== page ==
Solar Day Main Index

The solar day

The Earth rotates on its axis about once every twenty four hours. Seen from a point in the sky above the Earth's North Pole, almost everything in the solar system rotates anti-clockwise so, because of the rotation of the Earth, the Sun appears to rise approximately in the East, get higher in the sky, reach its highest point (its zenith) at about mid-day, then get lower in the sky, and finally set approximately in the West. Of course the Sun reaches its zenith in different places on the Earth's surface at different times: when the Sun is at its zenith in London it has not even risen in New York. (See also Note.)

The earliest people measured the passing of time by counting Sunsets - a Sunset is a very definite ending. Once they had developed ways of measuring the apparent movement of the Sun they discovered that the time from Sunrise to Sunset, the direction of the Sunrise and Sunset, and the height of the Sun above the horizon at its zenith all varied with the seasons. But they also found that the Sun is always in the same direction when it is at its zenith, and that the time from one zenith to the next is always about the same - these do not depend upon the season of the year. In today's terminology we say that the Sun is due South at its zenith and that the time from one zenith to the next is (about) twenty four hours. (Advanced readers only might like to read the page on sidereal time, now or later.)

A circle going round the Earth and passing through both North and South Poles is called a meridian. We refer to the meridian on which we are standing as our meridian. A meridian is always a North-South line. The Greenwich, or Prime, Meridian (see Note), from which all lines of longitude are measured, passes through The Old Royal Observatory at Greenwich.

The Sun crosses the meridian on which we are standing as it reaches its zenith. From Sunrise until then it is before the meridian, or ante-meridian (am) and from then until Sunset it is after the meridian, or post-meridian (pm). It is due South and at its zenith when it is on the meridian.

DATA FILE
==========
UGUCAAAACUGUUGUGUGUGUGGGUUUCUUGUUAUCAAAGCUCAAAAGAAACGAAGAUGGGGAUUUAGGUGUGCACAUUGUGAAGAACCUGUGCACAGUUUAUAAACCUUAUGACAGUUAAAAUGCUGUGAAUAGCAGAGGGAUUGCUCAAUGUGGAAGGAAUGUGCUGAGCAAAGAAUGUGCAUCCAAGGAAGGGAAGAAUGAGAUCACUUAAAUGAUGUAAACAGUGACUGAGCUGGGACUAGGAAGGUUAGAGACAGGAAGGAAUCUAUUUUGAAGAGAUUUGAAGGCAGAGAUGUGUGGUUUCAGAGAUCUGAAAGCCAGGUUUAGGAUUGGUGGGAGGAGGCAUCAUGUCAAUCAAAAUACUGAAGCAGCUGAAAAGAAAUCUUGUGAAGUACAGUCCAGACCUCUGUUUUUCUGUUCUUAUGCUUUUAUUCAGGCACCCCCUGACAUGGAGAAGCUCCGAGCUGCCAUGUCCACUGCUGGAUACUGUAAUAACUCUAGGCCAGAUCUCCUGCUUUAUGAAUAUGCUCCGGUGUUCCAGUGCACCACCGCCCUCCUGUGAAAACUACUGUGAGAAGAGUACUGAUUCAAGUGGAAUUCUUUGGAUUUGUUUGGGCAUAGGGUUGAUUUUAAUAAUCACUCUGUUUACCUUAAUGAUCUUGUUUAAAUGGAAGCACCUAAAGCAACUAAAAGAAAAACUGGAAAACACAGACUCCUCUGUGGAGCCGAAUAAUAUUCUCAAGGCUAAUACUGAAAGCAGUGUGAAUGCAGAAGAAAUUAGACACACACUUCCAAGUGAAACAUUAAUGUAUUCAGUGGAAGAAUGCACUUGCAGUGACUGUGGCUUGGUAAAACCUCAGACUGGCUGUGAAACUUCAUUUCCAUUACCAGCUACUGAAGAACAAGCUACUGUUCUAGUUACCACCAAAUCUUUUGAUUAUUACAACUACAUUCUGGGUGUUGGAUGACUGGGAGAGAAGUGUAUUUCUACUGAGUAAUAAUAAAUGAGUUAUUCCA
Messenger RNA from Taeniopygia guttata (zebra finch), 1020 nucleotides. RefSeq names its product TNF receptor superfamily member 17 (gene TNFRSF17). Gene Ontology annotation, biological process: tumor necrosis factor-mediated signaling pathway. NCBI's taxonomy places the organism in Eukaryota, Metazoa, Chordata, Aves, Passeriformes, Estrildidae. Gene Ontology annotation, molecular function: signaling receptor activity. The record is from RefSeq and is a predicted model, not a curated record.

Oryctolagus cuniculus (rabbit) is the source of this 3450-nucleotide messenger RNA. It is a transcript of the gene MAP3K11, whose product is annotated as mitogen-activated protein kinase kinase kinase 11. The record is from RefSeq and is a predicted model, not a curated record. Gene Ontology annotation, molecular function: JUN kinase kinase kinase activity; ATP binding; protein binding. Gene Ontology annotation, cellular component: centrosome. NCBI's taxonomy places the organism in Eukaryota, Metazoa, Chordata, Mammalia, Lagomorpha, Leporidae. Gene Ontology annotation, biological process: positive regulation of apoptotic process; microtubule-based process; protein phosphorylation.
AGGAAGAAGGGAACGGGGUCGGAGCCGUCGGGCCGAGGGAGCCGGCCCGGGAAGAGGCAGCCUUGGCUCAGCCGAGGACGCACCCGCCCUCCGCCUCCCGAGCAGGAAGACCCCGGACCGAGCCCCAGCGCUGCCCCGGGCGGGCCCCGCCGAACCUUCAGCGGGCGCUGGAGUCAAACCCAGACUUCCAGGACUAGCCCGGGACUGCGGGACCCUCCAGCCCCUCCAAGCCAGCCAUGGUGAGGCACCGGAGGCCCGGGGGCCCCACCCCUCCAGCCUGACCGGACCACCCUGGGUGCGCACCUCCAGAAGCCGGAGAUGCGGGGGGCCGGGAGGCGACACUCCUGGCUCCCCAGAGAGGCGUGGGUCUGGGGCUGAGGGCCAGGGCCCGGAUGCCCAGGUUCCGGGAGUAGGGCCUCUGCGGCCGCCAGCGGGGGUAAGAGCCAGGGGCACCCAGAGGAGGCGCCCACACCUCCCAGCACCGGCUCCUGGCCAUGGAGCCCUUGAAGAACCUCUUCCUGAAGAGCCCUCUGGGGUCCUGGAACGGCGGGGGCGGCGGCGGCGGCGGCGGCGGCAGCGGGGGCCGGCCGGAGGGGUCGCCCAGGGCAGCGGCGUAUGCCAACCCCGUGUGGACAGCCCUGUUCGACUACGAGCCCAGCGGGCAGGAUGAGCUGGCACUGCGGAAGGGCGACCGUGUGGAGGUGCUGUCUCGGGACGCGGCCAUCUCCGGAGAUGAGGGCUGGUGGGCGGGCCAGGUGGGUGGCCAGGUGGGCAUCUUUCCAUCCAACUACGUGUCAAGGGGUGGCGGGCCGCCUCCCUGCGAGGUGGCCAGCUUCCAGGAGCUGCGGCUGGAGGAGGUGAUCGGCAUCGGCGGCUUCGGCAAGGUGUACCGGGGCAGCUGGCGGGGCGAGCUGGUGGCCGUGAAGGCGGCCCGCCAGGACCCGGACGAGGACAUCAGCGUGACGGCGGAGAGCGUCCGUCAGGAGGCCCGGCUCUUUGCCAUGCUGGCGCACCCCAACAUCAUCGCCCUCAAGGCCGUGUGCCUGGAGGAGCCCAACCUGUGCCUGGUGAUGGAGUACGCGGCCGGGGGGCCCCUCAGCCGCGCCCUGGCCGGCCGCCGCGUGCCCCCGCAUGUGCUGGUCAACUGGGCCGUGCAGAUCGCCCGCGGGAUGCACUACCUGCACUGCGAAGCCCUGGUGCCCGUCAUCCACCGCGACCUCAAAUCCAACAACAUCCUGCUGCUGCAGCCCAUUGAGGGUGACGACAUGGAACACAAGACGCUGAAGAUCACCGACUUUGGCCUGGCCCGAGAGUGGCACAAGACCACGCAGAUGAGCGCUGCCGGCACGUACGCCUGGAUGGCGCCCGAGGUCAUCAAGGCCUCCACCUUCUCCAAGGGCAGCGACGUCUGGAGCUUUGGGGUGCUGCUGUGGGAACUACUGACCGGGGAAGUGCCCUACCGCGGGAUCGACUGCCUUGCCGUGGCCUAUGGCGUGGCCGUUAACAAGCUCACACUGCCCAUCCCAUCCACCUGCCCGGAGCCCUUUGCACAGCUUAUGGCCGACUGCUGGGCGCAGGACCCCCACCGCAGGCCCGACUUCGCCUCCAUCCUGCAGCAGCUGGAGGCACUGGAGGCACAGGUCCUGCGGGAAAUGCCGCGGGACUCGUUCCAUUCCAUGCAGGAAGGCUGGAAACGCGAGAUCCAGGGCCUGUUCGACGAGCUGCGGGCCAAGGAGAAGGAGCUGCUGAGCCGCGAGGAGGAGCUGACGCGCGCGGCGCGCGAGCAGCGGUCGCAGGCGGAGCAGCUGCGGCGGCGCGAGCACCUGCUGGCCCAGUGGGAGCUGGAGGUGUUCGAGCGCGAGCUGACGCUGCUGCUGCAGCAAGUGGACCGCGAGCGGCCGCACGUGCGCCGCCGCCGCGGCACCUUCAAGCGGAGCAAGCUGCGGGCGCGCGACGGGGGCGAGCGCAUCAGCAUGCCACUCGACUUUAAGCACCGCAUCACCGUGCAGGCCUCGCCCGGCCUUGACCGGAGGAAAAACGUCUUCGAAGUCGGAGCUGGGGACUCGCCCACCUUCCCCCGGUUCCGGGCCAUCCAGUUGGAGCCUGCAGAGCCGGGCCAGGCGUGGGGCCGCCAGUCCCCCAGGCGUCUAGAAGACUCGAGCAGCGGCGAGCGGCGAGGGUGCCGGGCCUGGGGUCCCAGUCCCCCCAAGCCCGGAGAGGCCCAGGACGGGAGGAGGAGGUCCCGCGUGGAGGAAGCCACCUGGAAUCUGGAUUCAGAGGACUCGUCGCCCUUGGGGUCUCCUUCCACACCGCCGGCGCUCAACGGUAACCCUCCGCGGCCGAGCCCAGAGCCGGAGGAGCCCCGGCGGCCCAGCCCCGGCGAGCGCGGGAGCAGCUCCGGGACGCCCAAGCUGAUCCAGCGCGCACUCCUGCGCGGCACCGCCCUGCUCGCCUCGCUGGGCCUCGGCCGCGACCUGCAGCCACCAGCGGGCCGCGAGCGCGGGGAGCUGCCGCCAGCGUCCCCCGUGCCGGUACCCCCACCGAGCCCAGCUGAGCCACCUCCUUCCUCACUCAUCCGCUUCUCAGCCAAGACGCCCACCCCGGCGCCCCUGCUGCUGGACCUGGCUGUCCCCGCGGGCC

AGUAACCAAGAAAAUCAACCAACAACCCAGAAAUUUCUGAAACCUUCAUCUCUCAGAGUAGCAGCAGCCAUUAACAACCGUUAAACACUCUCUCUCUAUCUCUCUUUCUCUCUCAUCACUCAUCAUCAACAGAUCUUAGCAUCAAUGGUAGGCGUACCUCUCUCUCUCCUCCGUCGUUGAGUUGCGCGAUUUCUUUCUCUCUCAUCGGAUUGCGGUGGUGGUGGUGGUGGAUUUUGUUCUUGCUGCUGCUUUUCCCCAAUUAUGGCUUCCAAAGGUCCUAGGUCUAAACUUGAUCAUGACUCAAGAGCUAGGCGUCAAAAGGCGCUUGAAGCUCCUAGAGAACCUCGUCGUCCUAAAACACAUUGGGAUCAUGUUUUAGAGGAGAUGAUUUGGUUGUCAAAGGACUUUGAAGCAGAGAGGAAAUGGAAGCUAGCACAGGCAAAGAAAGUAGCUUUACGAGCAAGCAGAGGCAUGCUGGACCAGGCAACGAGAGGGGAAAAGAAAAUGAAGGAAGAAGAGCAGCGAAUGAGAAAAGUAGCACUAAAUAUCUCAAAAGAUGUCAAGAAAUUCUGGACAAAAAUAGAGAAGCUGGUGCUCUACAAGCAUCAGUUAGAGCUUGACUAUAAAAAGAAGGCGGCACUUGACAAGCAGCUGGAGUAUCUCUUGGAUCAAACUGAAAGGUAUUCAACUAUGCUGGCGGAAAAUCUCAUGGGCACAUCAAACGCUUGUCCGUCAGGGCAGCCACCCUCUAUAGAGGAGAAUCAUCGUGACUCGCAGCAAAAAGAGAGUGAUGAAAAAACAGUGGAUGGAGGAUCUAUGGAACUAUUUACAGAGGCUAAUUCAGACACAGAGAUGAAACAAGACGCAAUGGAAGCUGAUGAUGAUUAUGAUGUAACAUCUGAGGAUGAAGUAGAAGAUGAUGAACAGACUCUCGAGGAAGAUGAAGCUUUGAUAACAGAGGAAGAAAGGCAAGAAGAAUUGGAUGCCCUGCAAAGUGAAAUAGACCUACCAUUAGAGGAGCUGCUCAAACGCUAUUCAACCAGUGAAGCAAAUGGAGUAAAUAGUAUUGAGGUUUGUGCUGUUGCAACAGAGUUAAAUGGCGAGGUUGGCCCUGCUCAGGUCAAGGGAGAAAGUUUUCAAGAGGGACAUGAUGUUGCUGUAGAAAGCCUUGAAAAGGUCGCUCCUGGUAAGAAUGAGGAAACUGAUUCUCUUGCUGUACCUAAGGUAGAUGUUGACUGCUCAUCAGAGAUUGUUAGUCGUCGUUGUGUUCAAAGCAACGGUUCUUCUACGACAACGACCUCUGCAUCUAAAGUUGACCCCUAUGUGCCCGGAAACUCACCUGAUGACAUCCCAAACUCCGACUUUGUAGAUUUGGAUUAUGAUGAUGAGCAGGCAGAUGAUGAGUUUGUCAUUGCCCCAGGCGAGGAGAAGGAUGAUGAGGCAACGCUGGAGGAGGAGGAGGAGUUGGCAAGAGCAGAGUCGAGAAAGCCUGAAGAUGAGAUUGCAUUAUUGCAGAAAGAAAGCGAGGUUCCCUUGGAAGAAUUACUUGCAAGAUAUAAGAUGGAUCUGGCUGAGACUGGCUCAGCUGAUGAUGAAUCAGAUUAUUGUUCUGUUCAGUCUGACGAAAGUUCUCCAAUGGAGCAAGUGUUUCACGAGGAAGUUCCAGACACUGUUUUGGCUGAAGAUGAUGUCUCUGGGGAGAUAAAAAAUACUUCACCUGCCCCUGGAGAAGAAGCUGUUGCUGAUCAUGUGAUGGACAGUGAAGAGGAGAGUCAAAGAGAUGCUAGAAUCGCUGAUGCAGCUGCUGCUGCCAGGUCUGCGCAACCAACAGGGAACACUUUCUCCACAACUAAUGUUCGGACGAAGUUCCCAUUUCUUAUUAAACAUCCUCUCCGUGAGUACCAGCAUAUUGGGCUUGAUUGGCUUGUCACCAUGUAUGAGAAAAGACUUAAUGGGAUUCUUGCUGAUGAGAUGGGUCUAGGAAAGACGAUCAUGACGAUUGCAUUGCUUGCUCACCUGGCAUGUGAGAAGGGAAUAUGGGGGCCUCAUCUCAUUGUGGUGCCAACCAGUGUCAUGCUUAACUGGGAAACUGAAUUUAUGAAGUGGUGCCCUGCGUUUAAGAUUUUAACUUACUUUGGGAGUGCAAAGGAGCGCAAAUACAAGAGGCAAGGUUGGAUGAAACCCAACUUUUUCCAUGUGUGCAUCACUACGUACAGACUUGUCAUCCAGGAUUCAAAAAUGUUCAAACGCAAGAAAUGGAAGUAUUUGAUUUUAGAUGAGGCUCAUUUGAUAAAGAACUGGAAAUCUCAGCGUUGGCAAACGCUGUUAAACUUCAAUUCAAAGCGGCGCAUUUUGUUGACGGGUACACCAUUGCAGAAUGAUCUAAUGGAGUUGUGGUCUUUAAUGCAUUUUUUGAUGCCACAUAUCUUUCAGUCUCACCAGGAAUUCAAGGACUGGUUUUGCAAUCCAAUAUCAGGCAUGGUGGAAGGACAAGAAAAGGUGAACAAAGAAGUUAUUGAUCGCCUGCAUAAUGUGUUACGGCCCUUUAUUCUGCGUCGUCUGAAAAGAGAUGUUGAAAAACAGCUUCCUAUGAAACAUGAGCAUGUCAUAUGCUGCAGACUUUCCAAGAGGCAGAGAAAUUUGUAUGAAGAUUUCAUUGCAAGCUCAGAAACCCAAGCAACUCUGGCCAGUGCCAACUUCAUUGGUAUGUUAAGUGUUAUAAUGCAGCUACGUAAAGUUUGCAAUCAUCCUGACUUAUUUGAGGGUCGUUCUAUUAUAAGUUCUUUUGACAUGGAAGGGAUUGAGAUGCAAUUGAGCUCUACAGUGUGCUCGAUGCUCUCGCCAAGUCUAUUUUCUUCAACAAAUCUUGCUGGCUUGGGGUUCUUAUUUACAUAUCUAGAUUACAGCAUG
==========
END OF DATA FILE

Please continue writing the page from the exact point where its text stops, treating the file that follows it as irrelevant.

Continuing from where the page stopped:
Our word meridian was once written meridiem and that came from the Latin word medidiem which means the middle of the day. So some books say that am is ante meridiem.

In (and before) the Middle Ages the period between Sunrise and Sunset was divided into twelve 'hours' - the 'hours' were of course longer in the summer than the winter. Every day the monks had to sing many services in their abbey church. Three of these services were Terce (the third hour, sung halfway between Sunrise and the Sun's zenith), Sext (the sixth hour, sung at the zenith), and None (pronounced known, the ninth hour, originally sung halfway between the zenith and Sunset). Under the monastic Rule the main meal of the day could not be taken before the monks had sung None. By the late Middle Ages the monks were singing None immediately after Sext, so that they could have their main meal immediately after the middle of the day, but still after None so as not to break the Rule. Hence any time after the middle of the day is now called afternoon! But afternoon has no astronomical significance.

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